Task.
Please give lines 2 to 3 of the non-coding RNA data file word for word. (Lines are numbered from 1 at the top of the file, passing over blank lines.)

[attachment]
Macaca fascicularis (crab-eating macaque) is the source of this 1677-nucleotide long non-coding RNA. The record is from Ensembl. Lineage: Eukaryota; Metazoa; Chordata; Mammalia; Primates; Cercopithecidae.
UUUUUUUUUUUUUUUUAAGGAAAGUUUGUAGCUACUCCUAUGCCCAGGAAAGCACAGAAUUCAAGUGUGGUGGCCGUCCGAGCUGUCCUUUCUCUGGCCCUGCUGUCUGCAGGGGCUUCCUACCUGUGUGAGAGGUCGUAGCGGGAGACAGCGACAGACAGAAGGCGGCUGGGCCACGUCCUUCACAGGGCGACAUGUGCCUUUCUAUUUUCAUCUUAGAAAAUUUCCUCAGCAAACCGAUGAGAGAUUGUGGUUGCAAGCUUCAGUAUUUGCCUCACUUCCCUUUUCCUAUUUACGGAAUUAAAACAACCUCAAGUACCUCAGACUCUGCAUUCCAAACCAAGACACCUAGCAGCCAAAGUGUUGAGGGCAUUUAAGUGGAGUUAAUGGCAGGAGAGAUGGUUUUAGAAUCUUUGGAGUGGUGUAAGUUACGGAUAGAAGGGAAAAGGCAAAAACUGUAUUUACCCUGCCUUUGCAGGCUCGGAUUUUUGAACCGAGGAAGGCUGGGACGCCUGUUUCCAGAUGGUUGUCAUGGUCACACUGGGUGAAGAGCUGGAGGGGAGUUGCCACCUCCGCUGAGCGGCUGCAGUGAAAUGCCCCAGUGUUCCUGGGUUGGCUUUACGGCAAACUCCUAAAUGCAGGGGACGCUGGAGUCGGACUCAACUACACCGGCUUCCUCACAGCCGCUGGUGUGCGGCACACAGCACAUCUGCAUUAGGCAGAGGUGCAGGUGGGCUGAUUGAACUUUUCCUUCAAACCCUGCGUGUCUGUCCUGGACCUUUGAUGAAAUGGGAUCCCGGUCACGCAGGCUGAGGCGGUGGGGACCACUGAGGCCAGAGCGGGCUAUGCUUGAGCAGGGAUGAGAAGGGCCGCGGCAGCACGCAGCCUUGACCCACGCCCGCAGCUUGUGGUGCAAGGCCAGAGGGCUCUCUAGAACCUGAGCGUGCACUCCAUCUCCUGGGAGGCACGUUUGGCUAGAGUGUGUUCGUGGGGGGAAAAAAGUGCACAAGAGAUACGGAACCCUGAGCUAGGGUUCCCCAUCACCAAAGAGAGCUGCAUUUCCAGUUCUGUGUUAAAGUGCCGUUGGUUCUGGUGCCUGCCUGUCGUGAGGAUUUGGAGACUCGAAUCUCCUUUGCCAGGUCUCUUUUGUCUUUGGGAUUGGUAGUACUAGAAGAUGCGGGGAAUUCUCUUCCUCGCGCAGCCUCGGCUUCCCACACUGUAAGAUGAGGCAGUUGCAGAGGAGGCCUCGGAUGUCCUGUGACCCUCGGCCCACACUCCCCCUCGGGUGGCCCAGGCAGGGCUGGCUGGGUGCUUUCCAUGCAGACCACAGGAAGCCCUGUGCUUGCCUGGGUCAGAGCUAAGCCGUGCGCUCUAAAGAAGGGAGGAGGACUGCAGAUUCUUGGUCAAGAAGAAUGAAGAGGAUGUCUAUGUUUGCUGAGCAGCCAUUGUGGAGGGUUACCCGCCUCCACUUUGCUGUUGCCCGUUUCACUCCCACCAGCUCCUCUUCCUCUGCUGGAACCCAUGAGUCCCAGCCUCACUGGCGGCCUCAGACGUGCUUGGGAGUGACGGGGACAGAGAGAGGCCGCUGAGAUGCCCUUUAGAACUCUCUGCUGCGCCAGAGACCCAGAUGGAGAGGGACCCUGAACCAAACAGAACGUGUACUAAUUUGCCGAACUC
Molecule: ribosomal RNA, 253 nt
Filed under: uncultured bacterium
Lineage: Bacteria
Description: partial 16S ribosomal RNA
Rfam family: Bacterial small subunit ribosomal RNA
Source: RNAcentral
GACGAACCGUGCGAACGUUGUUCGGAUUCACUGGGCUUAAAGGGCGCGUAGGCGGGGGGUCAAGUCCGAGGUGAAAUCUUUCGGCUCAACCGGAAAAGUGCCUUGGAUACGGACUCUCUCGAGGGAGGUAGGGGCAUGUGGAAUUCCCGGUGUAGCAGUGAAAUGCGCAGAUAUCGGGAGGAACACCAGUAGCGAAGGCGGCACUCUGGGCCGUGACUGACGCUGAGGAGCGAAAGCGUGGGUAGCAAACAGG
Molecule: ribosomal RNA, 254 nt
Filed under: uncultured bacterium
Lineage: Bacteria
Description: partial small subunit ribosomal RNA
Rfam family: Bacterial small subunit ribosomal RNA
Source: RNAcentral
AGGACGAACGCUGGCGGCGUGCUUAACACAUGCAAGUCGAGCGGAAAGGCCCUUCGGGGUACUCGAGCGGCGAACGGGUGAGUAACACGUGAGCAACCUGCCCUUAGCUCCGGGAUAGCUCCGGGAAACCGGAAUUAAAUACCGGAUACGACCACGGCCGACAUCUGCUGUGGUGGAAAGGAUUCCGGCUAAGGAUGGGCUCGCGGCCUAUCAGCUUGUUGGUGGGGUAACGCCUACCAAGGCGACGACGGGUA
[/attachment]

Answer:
UUUUUUUUUUUUUUUUAAGGAAAGUUUGUAGCUACUCCUAUGCCCAGGAAAGCACAGAAUUCAAGUGUGGUGGCCGUCCGAGCUGUCCUUUCUCUGGCCCUGCUGUCUGCAGGGGCUUCCUACCUGUGUGAGAGGUCGUAGCGGGAGACAGCGACAGACAGAAGGCGGCUGGGCCACGUCCUUCACAGGGCGACAUGUGCCUUUCUAUUUUCAUCUUAGAAAAUUUCCUCAGCAAACCGAUGAGAGAUUGUGGUUGCAAGCUUCAGUAUUUGCCUCACUUCCCUUUUCCUAUUUACGGAAUUAAAACAACCUCAAGUACCUCAGACUCUGCAUUCCAAACCAAGACACCUAGCAGCCAAAGUGUUGAGGGCAUUUAAGUGGAGUUAAUGGCAGGAGAGAUGGUUUUAGAAUCUUUGGAGUGGUGUAAGUUACGGAUAGAAGGGAAAAGGCAAAAACUGUAUUUACCCUGCCUUUGCAGGCUCGGAUUUUUGAACCGAGGAAGGCUGGGACGCCUGUUUCCAGAUGGUUGUCAUGGUCACACUGGGUGAAGAGCUGGAGGGGAGUUGCCACCUCCGCUGAGCGGCUGCAGUGAAAUGCCCCAGUGUUCCUGGGUUGGCUUUACGGCAAACUCCUAAAUGCAGGGGACGCUGGAGUCGGACUCAACUACACCGGCUUCCUCACAGCCGCUGGUGUGCGGCACACAGCACAUCUGCAUUAGGCAGAGGUGCAGGUGGGCUGAUUGAACUUUUCCUUCAAACCCUGCGUGUCUGUCCUGGACCUUUGAUGAAAUGGGAUCCCGGUCACGCAGGCUGAGGCGGUGGGGACCACUGAGGCCAGAGCGGGCUAUGCUUGAGCAGGGAUGAGAAGGGCCGCGGCAGCACGCAGCCUUGACCCACGCCCGCAGCUUGUGGUGCAAGGCCAGAGGGCUCUCUAGAACCUGAGCGUGCACUCCAUCUCCUGGGAGGCACGUUUGGCUAGAGUGUGUUCGUGGGGGGAAAAAAGUGCACAAGAGAUACGGAACCCUGAGCUAGGGUUCCCCAUCACCAAAGAGAGCUGCAUUUCCAGUUCUGUGUUAAAGUGCCGUUGGUUCUGGUGCCUGCCUGUCGUGAGGAUUUGGAGACUCGAAUCUCCUUUGCCAGGUCUCUUUUGUCUUUGGGAUUGGUAGUACUAGAAGAUGCGGGGAAUUCUCUUCCUCGCGCAGCCUCGGCUUCCCACACUGUAAGAUGAGGCAGUUGCAGAGGAGGCCUCGGAUGUCCUGUGACCCUCGGCCCACACUCCCCCUCGGGUGGCCCAGGCAGGGCUGGCUGGGUGCUUUCCAUGCAGACCACAGGAAGCCCUGUGCUUGCCUGGGUCAGAGCUAAGCCGUGCGCUCUAAAGAAGGGAGGAGGACUGCAGAUUCUUGGUCAAGAAGAAUGAAGAGGAUGUCUAUGUUUGCUGAGCAGCCAUUGUGGAGGGUUACCCGCCUCCACUUUGCUGUUGCCCGUUUCACUCCCACCAGCUCCUCUUCCUCUGCUGGAACCCAUGAGUCCCAGCCUCACUGGCGGCCUCAGACGUGCUUGGGAGUGACGGGGACAGAGAGAGGCCGCUGAGAUGCCCUUUAGAACUCUCUGCUGCGCCAGAGACCCAGAUGGAGAGGGACCCUGAACCAAACAGAACGUGUACUAAUUUGCCGAACUC
Molecule: ribosomal RNA, 253 nt